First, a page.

Unique background helps coach build program
To build a successful program at the NCAA level, a head coach must be familiar with the business side of recruiting.
Few coaches understand this better than Grand Valley State University head volleyball coach Deanne
Scanlon, who attributes a great deal of her success in the past 18 seasons to her background in the
real estate industry.
Before her career as a head coach, Scanlon worked as a real estate developer for a large company in
Ann Arbor, Mich. She eventually walked away in order to pursue her passion but said these
experiences have helped her become the recruiter she is today.
“It was a lot of sales,” she said. “Part of college athletics is learning your product, finding out what a
person wants and paying attention to detail. I’m able to apply those skills into my recruiting. I really
feel that my business background gave me a leg up.”
The five-time Midwest Region Coach of the Year’s ability to bring in her desired talent has
translated into a career record of 468-143 (258-67 GLIAC) and 18 straight winning seasons.
Scanlon said the faith she has in her product makes it easy to close a sale.
“I keep a very short list,” she said. “I’ve never been afraid to go after a recruit, and we’re going after
a lot of kids who are getting Division I looks. I feel so confident in Grand Valley and what it can
offer a student. It allows me to be bold and feel as if nobody is off limits.”
Once she assembles her team, she can focus on what she truly loves to do—coaching the game of
Since 2000, Scanlon has produced 10 First-Team AVCA All-Americans, 27 All-Midwest Region
players and 28 First-Team All-GLIAC players.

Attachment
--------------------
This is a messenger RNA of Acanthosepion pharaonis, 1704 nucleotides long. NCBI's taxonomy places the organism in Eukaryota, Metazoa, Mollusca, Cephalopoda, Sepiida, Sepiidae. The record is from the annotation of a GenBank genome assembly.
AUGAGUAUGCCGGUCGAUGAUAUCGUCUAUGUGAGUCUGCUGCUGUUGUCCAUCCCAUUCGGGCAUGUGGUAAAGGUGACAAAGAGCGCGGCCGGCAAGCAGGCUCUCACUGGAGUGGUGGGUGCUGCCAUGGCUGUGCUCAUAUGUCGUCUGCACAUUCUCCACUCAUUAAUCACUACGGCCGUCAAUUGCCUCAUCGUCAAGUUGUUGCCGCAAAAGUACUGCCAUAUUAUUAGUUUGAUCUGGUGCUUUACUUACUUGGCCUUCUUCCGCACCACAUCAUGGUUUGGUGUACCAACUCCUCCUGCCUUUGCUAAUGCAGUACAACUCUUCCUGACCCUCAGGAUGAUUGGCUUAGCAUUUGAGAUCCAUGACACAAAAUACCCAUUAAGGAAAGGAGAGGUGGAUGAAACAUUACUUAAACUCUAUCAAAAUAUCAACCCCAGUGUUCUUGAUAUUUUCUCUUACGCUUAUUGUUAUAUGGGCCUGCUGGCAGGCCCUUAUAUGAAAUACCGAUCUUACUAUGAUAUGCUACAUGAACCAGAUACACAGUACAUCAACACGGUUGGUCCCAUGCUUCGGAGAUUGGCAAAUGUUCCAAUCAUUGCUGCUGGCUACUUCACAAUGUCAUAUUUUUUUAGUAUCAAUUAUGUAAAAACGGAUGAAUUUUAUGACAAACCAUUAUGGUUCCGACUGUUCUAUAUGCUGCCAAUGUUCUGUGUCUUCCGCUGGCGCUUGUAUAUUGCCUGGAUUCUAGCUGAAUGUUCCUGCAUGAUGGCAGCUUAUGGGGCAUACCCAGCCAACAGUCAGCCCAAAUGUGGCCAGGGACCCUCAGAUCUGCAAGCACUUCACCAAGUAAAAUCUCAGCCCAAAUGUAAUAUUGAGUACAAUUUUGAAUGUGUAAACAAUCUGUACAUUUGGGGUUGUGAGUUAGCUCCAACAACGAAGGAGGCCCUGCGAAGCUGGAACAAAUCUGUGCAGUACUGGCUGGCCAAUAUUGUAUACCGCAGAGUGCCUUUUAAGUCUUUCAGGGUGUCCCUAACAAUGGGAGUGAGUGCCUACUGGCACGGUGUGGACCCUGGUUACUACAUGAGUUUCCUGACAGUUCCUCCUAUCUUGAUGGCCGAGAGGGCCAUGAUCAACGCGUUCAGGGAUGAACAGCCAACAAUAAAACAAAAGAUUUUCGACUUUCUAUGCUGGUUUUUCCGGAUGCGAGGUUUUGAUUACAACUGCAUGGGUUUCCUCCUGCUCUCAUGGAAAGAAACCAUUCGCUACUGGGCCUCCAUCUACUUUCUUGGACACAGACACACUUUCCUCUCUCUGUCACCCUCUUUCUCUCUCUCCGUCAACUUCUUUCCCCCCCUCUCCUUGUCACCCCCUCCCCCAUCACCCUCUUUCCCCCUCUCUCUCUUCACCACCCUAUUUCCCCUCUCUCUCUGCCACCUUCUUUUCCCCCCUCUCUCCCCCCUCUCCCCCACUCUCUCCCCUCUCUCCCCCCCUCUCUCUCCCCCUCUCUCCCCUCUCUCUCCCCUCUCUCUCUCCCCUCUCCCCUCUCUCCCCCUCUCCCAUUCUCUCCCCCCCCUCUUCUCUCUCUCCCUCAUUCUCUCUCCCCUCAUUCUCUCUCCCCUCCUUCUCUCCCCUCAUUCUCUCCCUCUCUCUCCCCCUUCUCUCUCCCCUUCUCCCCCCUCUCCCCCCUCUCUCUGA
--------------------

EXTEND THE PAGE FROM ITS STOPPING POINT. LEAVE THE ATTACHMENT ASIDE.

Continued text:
Her biggest accomplishment, though, came in 2005 when her team won the school’s first NCAA
National Championship. She was named the AVCA National Coach of the Year.
“The banners and the records show that she’s an amazing coach who knows what she’s doing,”
junior setter Clair Ruhenkamp said. “It’s what she brings off the court. She’s not just worried about
winning—she’s truly worried about us as individuals.”
Scanlon’s unique ability to incorporate multiple aspects of her life into her coaching style hits home
with her players.
Her experiences as a mom aid her when she is trying to keep her athletes out of trouble. While her
style is more “hands off” when it comes to discipline, she is known by those she coaches to
genuinely care about the future of her players and want what is best for them.
Junior outside hitter Abby Aiken said she recalls a team-building exercise that took her by surprise.
“She took us to this lady’s farmhouse to make jam, scones and butter,” Aiken said. “She finds the
coolest, most random places and they always turn out to be a good time.”
Scanlon hopes to lead the Lakers back to the top of the GLIAC this season, a year after finishing
with a 25-8 record.
The team kicks off the 2013-2014 season by hosting the Riverfront Hotel Grand Rapids Classic at
Fieldhouse Arena on Friday at 1 p.m.